• Mai Bhago (Late 1600s - Early 1700s)

    The Fearless Warrior-Saint Born in Jhabal village (now Amritsar, Punjab in India), Mai Bhago grew up in a time when the 10th guru, Guru Gobind Singh, fought to defend Sikhs against Mughal forces and hill chiefs. During a great siege in 1705, Mai Bhago rallied 40 deserters and led them into battle herself, sword in hand. They died fighting and became known as the Chali Mukte, the Forty Liberated Ones. Afterward, Mai Bhago became the Guru's bodyguard, donning a turban and cross-dressing in male warrior attire. Today, she is revered as a saint.

  • Rani Sada Kaur (1762-1832)

    The First Woman Commander-in-Chief Rani Sada Kaur became a young widow when her husband was killed in a battle among Punjabi chiefdoms. She used the moment to transform herself into a woman-warrior, donning a high turban and weaponry. She commanded battles and laid the foundation for the Sikh empire, which spanned the Punjab from 1799 to 1849. She closely advised her son-in-law as he became the first Maharaja of the new empire, Maharaja Ranjit Singh.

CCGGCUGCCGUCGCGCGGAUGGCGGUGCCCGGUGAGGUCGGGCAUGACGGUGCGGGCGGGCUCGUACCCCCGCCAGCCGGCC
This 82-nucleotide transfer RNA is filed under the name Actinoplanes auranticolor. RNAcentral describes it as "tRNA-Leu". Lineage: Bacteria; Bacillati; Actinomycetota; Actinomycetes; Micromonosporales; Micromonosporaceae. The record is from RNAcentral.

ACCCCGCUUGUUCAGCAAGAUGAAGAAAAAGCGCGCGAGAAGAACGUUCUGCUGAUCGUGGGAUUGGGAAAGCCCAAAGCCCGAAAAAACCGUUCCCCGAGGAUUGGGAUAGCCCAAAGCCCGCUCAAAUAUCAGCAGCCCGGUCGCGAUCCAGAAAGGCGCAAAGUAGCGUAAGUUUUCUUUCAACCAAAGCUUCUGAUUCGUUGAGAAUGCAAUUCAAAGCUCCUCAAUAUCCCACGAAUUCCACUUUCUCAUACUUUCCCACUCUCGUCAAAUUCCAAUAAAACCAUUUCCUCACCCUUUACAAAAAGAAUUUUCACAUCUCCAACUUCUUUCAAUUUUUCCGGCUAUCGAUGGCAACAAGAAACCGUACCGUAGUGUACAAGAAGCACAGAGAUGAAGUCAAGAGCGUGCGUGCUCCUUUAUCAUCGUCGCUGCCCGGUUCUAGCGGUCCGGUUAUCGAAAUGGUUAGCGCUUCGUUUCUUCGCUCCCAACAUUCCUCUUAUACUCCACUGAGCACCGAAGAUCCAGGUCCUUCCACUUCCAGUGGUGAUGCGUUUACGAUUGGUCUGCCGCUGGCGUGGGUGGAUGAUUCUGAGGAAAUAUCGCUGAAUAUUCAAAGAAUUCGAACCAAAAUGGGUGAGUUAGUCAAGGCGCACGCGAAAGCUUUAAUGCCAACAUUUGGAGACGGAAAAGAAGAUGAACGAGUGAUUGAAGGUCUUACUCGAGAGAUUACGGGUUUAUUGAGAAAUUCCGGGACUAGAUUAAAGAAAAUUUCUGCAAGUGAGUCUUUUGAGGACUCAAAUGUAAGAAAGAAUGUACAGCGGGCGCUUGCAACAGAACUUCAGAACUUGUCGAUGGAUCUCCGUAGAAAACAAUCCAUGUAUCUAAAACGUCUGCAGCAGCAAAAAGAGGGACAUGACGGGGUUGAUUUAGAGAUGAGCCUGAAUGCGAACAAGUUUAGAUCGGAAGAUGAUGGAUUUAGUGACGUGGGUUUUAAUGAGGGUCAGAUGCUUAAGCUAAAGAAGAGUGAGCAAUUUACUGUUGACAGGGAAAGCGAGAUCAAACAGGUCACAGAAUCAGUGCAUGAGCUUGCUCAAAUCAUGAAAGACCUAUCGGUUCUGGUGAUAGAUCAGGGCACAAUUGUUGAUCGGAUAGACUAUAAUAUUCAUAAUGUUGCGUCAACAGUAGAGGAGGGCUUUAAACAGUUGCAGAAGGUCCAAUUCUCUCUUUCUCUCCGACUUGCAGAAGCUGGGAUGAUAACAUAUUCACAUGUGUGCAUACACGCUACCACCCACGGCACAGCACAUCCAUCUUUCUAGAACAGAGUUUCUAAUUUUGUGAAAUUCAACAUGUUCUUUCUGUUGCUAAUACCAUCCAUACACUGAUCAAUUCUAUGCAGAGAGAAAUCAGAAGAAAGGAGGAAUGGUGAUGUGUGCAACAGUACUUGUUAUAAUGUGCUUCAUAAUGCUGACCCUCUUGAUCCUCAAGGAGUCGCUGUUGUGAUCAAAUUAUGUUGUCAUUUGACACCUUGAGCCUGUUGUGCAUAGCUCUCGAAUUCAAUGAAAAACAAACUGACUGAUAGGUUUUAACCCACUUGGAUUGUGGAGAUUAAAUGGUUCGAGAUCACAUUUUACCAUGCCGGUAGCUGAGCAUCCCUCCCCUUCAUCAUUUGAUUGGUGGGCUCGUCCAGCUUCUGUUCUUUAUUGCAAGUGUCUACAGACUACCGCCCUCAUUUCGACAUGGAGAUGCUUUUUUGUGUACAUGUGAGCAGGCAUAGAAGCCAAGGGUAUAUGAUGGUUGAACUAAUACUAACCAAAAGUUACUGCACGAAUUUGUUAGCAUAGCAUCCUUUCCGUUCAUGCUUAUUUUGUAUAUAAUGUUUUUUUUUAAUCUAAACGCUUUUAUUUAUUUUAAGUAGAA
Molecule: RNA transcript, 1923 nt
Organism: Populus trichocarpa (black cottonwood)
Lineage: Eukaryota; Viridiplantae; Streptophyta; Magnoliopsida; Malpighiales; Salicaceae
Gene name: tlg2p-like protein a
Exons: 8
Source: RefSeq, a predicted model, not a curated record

• Maharani Jind Kaur (1817-1863)

    The First Female Freedom Fighter Married to Maharaja Ranjit Singh, Jind Kaur was Maharani of the Sikh empire -- and the first female freedom fighter in the struggle to oust the British from India. After Ranjit Singh's death, the British annexed the Punjab through bribery and battle. Rani Jinda Kaur's revolutionary speeches and writings rattled the British who imprisoned her in Punjab, Nepal, Calcutta and finally, England, where she died in 1863 at the age of 46. She is credited for sowing the seeds of India's struggle for independence.

  • Amrita Pritam (1919 - 2005)

    The Great Poetess The leading 20th century poet of the Punjabi language, Amrita Pritam is considered the Sikh community's unsung heroine. She is the first prominent woman Punjabi poet, novelist, and essayist, equally loved on both sides of the India-Pakistan border. With a career spanning six decades, Amrita Pritam produced more than 100 books. She represents the rise of Sikh women in the humanities -- writers, artists, filmmakers, and scholars.

  • Dr. Inderjit Kaur (1942 - )